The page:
Feed My Sheep

    “Feed My Sheep,” Ensign, Apr. 1989, 73

    The Visiting Teacher:

    “Feed My Sheep”

    Objective: To help the sisters realize the importance of fellowshipping.

    Following his resurrection, the Savior dined with his Apostles on the shores of the Sea of Galilee. When the meal was over, Jesus asked Peter, “Lovest thou me?” (John 21:15.)

    Three times the Savior asked Peter if he loved him. And each time that Peter declared his love, the Savior said, “Feed my lambs” or “Feed my sheep.” (John 21:15–17.)

    These words should be planted deep in all of our hearts. As Peter learned, “feeding” the Lord’s “sheep” is our sacred obligation, our divine commission.

    Barbara W. Winder, Relief Society general president, tells of a sister whose friend’s mother had passed away. Uncertain about how to help her grieving friend, the woman asked her husband whether he thought she should take flowers or food. He suggested that she ask the Lord. The answer came: “Just go.”

    Her arrival comforted her friend, and they prayed together. The grieving sister later said that she had indeed appreciated what her friend had brought—a needed peace. (See Ensign, Nov. 1984, p. 99.)

    We all have burdens. Some of us face devastating family or personal problems. Others deal with illness, handicaps, or economic insecurity. Many are lonely. Some may feel overburdened by the demands of small children; others, without husband or children, may feel as if their lives have no purpose. Some sisters may be dealing with the changes in life-style an “empty nest” or retirement brings. Young sisters may be shy or far from home and family.

    “I have anguished over the cry of those sisters who want to contribute, who want to belong, who long for companionship and yet do not feel love and acceptance,” says Sister Winder. (Ibid.)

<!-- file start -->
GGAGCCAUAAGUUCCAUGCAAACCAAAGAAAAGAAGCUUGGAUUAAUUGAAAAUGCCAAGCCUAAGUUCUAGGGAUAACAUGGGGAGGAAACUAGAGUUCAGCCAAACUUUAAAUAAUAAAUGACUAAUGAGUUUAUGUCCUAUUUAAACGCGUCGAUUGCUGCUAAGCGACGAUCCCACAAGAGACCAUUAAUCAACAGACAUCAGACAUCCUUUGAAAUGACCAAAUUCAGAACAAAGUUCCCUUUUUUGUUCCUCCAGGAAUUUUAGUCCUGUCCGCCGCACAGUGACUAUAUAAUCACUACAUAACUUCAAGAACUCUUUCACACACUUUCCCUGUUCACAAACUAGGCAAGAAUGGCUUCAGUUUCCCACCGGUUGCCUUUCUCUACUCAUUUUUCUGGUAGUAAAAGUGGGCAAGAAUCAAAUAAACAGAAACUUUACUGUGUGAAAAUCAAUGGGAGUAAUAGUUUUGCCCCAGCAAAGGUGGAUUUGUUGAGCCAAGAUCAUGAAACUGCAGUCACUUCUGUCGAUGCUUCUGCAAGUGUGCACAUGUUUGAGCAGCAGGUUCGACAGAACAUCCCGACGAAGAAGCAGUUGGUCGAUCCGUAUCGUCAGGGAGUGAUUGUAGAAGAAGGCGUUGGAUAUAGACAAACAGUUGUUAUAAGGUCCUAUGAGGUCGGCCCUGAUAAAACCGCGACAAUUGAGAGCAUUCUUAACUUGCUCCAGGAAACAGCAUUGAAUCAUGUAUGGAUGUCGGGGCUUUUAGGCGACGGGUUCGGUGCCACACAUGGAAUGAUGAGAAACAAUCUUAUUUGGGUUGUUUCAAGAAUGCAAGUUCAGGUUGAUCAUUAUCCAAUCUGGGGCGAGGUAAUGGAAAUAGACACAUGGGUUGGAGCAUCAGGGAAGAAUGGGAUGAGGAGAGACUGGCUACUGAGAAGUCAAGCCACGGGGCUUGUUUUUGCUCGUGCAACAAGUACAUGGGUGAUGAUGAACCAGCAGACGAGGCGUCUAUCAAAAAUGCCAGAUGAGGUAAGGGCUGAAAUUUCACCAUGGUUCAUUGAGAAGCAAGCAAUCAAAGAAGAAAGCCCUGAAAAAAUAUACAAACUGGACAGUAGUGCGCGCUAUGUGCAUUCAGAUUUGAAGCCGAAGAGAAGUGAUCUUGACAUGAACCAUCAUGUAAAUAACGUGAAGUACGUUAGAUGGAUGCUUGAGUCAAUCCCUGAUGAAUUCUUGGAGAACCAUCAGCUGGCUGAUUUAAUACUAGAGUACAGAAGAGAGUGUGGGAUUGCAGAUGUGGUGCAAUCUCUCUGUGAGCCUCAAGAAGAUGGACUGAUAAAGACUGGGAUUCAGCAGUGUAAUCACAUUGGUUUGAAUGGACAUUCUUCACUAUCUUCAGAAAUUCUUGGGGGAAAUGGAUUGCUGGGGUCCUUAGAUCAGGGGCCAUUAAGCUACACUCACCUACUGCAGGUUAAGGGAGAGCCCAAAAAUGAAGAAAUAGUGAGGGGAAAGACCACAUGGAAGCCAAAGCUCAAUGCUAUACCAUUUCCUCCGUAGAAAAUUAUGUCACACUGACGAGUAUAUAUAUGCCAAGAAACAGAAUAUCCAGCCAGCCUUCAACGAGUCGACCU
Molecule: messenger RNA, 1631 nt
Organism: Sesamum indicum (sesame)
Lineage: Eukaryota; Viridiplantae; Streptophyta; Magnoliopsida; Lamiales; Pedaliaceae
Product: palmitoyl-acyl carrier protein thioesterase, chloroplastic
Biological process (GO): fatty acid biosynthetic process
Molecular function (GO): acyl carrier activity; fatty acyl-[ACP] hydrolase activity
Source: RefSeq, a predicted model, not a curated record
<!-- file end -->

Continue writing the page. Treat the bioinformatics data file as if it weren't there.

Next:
We are commanded to “bear one another’s burdens, that they may be light.” (Mosiah 18:8.) Indeed, lifting someone else’s burden can often help take some of the weight off our own backs and put our trials in perspective.

    Cindy and Russell (their names have been changed) were devastated when their first child was born with Down’s syndrome. Questioning their belief in a loving Heavenly Father and fearing rejection by others, they withdrew from Church and social activity, then gradually lost interest in each other.

    Cindy’s life was at its bleakest when Gwen moved in next door. Slowly, Gwen, who had herself lost a child to cerebral palsy a few years before, was able to touch the sorrowing heart of her neighbor. She helped Cindy find the confidence she needed to pull herself out of the mire of despair, return to full Church activity, and give her husband and child love and acceptance born of a soul again in harmony with the Lord.

    As we give love, our ability to give more love will increase; as we “feed” the Lord’s “sheep,” we will feast even more abundantly on the food of peace and joy. We will truly be “no more strangers and foreigners, but fellowcitizens with the saints, and of the household of God.” (Eph. 2:19.)

    Suggestions for Visiting Teachers:

    1. Discuss some ways we can learn to be more aware of other people’s needs and how we can make time to help others.

    2. Share an experience about a time when you helped lift another’s burden or when someone lifted your burden, or ask the sister you visit to share such an experience. How did this concern help everyone involved? (See Family Home Evening Resource Book, pp. 98–101, 106–8, 112–16 for related materials.)

    Illustrated by Beth Maryon Whittaker